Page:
Archives for posts with tag: distance per stroke

This week we will be slowing down a little to give everyone time to focus on good technique.  It will still be a good workout – with a main set of aerobic 75s and 125s – but the reduction in intensity should give you a bit more time to focus on your distance per stroke.  In all the sets this week please focus on the back-end push part of your underwater pull.  Engage your core and squeeze out a good length in each stroke.

See you Saturday!


Photo by Marcus Ng on Unsplash

Well done for everyone who made the effort to do the time trials last week.  You should now have some excellent data on your stroke rate (in strokes per minute) and distance per stroke (in metres).  If you missed the time trials then you can measure these variables yourself in a public session by counting and using a stopwatch.  Or come along to the next time trials at the end of March.

As most of you will know, swimming fast is all governed by a very simple equation:

speed = stroke rate x distance per stroke

So those of you doing 60 strokes per minute and averaging 1m per stroke will be going 60m per minute, which is 1min 40s pace per 100m.  This equation tells you that increasing either stroke rate or distance per stroke  will make you go faster (while holding the other variable at a similar level).

We’ve been thinking a lot about technique improvements that improve your distance per stroke so far this winter and now I want to focus more on stroke rate as we pick up the pace towards race season.  So this week we will do some drills to get you swimming at a higher stroke rate.  Don’t worry about your distance per stroke when doing the drills but do try and carry the faster stroke rate into the following swim sets at a similar distance per stroke that you usually swim.  Try and think of it like spinning in an easy gear on the bike.  Getting used to a higher cadence on a bike can often be more efficient and make you go faster overall, as many of you know, and a similar thing can true for many of us when we swim.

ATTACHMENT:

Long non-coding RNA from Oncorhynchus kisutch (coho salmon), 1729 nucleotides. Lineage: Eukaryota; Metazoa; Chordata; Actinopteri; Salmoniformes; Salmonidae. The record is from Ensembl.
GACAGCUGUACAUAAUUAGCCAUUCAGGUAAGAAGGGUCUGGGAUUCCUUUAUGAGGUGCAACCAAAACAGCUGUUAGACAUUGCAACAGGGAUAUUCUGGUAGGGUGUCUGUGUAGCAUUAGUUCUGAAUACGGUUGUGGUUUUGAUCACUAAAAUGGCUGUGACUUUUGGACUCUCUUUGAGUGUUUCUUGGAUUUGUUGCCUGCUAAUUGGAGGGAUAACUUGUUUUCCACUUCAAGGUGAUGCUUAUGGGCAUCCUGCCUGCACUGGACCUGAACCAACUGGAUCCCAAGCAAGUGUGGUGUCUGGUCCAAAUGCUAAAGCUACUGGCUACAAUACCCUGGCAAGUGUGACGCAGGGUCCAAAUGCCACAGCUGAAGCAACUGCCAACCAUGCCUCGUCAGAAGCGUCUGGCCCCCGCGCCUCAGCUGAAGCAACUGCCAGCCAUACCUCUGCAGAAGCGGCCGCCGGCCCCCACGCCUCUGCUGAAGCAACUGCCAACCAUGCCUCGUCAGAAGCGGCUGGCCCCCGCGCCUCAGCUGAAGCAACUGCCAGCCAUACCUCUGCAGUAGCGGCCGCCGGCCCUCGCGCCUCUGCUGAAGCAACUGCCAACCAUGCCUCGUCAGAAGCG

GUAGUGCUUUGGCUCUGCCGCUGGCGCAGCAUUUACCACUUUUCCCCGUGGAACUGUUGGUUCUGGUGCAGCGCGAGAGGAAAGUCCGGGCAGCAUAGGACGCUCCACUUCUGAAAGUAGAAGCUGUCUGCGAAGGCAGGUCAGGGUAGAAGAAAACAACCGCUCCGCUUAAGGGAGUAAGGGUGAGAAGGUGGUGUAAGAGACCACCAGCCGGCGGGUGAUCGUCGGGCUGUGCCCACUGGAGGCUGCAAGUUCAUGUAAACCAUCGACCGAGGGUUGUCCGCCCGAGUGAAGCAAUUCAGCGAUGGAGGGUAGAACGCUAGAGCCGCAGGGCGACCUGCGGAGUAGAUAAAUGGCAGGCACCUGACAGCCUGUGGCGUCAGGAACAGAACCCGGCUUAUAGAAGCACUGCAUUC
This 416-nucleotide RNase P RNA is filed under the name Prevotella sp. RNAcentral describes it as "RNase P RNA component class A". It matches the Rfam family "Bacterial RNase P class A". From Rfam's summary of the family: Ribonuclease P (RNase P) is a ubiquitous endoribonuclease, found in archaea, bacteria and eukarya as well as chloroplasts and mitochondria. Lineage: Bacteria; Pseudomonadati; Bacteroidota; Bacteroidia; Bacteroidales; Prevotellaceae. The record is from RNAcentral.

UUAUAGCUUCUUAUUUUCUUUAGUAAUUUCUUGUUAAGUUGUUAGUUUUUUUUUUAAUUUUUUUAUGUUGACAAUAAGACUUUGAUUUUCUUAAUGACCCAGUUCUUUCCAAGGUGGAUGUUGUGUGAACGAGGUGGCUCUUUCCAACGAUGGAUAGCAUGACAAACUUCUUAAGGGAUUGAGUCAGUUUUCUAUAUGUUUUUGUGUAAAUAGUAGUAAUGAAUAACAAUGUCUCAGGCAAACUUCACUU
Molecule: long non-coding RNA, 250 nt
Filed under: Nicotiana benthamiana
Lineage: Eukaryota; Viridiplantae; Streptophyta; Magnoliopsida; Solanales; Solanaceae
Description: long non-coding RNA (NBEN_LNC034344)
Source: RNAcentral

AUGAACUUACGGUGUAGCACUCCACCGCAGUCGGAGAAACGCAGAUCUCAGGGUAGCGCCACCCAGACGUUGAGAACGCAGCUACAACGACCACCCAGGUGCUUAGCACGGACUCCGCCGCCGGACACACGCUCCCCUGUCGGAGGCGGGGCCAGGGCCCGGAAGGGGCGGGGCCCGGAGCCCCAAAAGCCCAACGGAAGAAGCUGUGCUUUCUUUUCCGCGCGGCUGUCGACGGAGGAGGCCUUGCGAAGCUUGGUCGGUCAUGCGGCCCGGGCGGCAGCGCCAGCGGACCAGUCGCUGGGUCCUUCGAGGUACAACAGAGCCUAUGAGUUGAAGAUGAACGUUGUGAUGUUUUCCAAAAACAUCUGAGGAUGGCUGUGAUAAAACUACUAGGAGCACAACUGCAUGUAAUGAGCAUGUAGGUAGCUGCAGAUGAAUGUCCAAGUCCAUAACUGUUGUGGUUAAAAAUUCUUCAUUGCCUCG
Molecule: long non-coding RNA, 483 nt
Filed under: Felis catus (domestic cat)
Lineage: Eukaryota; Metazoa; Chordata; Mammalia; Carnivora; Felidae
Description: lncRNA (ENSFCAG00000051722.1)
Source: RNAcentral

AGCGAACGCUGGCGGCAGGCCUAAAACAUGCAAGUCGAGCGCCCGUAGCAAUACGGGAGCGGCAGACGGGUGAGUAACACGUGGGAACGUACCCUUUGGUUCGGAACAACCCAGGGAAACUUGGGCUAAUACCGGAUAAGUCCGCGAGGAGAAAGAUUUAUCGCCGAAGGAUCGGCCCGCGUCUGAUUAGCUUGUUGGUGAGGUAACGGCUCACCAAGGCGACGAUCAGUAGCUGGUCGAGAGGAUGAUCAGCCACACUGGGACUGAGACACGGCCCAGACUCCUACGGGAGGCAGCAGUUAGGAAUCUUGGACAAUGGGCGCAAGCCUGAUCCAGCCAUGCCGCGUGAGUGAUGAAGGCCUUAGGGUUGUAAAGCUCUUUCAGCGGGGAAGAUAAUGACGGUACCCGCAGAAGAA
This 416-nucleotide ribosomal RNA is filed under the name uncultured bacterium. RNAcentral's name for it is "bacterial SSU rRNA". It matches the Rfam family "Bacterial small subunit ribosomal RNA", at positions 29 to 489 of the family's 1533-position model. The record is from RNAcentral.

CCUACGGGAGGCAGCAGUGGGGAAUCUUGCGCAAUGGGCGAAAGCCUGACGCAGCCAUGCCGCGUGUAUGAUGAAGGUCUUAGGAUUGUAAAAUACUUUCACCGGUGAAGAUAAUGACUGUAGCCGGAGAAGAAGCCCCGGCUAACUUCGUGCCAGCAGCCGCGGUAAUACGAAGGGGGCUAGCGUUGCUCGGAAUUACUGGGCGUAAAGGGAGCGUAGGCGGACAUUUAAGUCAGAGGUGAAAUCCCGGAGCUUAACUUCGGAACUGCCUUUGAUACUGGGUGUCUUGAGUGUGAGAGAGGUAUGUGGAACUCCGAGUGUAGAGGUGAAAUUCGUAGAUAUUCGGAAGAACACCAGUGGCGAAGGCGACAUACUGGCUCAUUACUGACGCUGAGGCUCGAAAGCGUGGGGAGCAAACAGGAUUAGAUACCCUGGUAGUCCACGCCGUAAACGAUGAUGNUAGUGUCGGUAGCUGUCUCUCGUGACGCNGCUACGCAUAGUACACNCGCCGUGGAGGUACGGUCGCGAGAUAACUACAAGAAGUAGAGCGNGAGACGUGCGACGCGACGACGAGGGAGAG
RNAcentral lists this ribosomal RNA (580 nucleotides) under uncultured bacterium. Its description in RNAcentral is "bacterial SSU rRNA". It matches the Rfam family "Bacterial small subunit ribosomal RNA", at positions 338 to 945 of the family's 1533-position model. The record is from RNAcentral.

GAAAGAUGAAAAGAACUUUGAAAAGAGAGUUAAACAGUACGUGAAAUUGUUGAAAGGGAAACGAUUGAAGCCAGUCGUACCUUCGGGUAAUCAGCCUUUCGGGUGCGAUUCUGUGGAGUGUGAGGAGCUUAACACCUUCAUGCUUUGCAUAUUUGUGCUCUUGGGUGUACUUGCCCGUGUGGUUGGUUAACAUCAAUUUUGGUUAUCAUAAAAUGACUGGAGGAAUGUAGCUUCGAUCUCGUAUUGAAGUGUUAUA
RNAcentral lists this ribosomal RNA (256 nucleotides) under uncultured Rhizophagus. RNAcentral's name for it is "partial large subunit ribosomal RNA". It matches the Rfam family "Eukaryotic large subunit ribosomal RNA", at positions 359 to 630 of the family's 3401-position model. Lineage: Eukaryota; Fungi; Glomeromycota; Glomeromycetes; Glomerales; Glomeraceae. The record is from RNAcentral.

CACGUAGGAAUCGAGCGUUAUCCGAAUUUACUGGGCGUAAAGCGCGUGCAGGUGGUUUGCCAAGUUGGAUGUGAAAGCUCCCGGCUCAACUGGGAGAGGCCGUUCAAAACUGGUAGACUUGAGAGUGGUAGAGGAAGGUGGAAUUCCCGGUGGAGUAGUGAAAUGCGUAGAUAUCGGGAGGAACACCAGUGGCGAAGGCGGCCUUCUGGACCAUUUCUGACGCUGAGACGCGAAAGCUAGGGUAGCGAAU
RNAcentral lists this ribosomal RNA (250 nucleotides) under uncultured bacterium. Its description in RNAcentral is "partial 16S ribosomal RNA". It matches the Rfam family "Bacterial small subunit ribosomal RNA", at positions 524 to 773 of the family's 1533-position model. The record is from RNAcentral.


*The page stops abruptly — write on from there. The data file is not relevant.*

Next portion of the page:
See you Saturday!


We will be doing some more fast-paced, USRPT 50s this week where the target is to swim at a faster pace than you can sustain for the whole set without missing some out.  Remember, leave 5s intervals between swimmers and take your times for every 50.  As soon as your time drops by 1s or more miss the next one out and take the extra recovery.

We will be continuing with a mix of fast and speed endurance sets for the remainder of September to help you keep your race speed going until the end of the season.  From October we will drop back to more technique and steady-paced aerobic swimming as the first part of winter training.

If you like numbers, are enjoyed the Swim Smooth Olympic analysis video I posted last week, then you may also be interested in the follow-up analysis Paul Newsome has published on stroke rates and stroke lengths from the Olympics, which you can find here.  The trade-off between stroke length and stroke rate is particularly important and is one of the reasons we measure both of these when we do the 400m time trials throughout the winter.  This is a theme I will return to again when we get into the Winter training.

See you Saturday!


Well done to all those that swam the time trials this morning, there were some good performances.  You can see the draft results here.  I usually make the odd transcription error, even though I try not to, so please email me if you think I have got something wrong and I will check to see if I can spot a mistake. So what can you learn from this?